Journal of Arts & Ideas, no. 17-18 (June 1989) p. 137.

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Re-presenting Colonialism

HPartha Chatterjee

A conference of anthropologists and historians. It is being held in a small town off the coast of southern Spain. Below, we can see the shimmering surface of the Mediterranean, while all around us the hills are being polished to make way for multi-storied apartments to house British tourists. The conference is organized by a research foundation with impeccable academic credentials and the participants, mainly from American universities, are in some cases at the very peak of professional eminence while others are in early middle age, already on a tenure track towards success. They are all eager, sensitive and radically liberal in their politics.

They are discussing the manifold mysteries of the colonial encounter. The received historiography, it is agreed, is built around two monoliths—of colonialism on the one hand and anti-colonialism on the other. The one talks of a purposeful, calculating colonialism, driven by an all-conquering desire to dominate the world, imposing its Eurocentric will upon non-European peoples, measuring up and ordering other societies and consciousnesses in terms of its own supposedly universal forms of rational knowledge. The other tells the story—again a single linear narrative—of anti-colonial struggle, from tribal and peasant resistance to nationalist political organization to decolonization or wars of national liberation. Monoliths are now passe; their oppressive centralism is a fetter on further progress in historical research. They have to be broken down, pushed from the centrality of their ground, their parts examined in-themselves. Once we have done that, we will discover not one homogeneous colonialism, but many, with no central directing principle. We can then unearth the many suppressed histories of colonialism—those of petty officials and lower ranks of the colonial armies, of missionaries, teachers, small professionals, of poor whites, and of European women in the colonies. On the other side, we will discover still more histories which modernizing nationalism would wish to erase: everyday histories of a supposedly colonized people, living their lives beyond the glare of nationalist agitation and party mobilization, where traditions continue, resilient and vibrant, providing the weak and the oppressed with the cultural means to protect, manouevre, evade, and sometimes to resist the onslaughts of the powerful.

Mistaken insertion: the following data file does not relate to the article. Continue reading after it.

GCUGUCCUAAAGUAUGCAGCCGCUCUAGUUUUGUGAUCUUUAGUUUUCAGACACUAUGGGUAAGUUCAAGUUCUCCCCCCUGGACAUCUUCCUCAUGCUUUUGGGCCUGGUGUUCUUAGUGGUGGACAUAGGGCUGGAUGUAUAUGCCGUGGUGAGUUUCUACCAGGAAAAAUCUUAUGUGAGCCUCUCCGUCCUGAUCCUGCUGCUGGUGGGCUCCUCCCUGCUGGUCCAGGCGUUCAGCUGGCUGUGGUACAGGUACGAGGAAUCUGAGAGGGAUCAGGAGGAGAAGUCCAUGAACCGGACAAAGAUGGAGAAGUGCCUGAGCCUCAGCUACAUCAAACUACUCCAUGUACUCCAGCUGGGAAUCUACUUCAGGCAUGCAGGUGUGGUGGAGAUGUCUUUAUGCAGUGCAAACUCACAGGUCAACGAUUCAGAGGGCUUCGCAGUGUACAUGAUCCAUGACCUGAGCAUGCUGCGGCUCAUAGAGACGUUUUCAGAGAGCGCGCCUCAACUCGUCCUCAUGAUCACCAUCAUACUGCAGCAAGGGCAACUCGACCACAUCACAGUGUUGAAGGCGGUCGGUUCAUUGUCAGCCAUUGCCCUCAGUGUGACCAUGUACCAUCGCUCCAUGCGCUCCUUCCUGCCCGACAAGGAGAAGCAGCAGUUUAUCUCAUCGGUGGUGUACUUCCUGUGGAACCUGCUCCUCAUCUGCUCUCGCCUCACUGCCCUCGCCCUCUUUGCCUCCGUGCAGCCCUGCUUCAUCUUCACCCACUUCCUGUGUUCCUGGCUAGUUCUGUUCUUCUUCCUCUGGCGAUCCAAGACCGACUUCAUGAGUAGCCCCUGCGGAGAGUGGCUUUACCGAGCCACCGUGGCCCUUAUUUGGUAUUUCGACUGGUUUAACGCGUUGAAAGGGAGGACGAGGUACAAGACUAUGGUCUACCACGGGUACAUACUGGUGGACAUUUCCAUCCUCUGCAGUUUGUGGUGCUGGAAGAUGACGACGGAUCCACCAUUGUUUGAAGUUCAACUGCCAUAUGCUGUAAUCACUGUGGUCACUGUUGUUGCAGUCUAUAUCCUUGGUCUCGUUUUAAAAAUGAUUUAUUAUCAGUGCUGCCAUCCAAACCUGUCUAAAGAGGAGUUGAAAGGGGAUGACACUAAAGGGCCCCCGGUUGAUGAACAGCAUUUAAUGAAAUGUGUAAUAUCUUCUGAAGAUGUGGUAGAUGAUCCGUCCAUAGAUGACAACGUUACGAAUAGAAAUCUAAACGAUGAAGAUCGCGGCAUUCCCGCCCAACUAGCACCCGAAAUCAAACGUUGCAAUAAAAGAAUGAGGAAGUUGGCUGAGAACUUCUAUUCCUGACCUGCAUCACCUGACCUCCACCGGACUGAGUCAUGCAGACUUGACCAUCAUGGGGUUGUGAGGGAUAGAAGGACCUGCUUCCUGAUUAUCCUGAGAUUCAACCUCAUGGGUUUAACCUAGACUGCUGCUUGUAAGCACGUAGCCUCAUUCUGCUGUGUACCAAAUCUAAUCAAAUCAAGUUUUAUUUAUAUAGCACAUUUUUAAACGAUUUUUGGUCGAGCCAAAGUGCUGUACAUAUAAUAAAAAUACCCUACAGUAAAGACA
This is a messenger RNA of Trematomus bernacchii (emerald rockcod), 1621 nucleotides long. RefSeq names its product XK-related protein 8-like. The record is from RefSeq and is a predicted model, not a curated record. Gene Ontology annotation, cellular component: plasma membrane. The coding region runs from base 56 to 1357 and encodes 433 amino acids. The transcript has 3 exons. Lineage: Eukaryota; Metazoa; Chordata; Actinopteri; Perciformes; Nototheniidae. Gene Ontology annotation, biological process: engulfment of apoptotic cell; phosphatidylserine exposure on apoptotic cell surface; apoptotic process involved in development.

In fact, say my colleagues for the week, we can then show the colonial encounter in its true light—not as an earth-shattering clash of two great monoliths, but an encounter in which both colonizer and colonized emerge as ambivalent entities, fragmented within, hardly held together at all. Colonialism, we will find, had only

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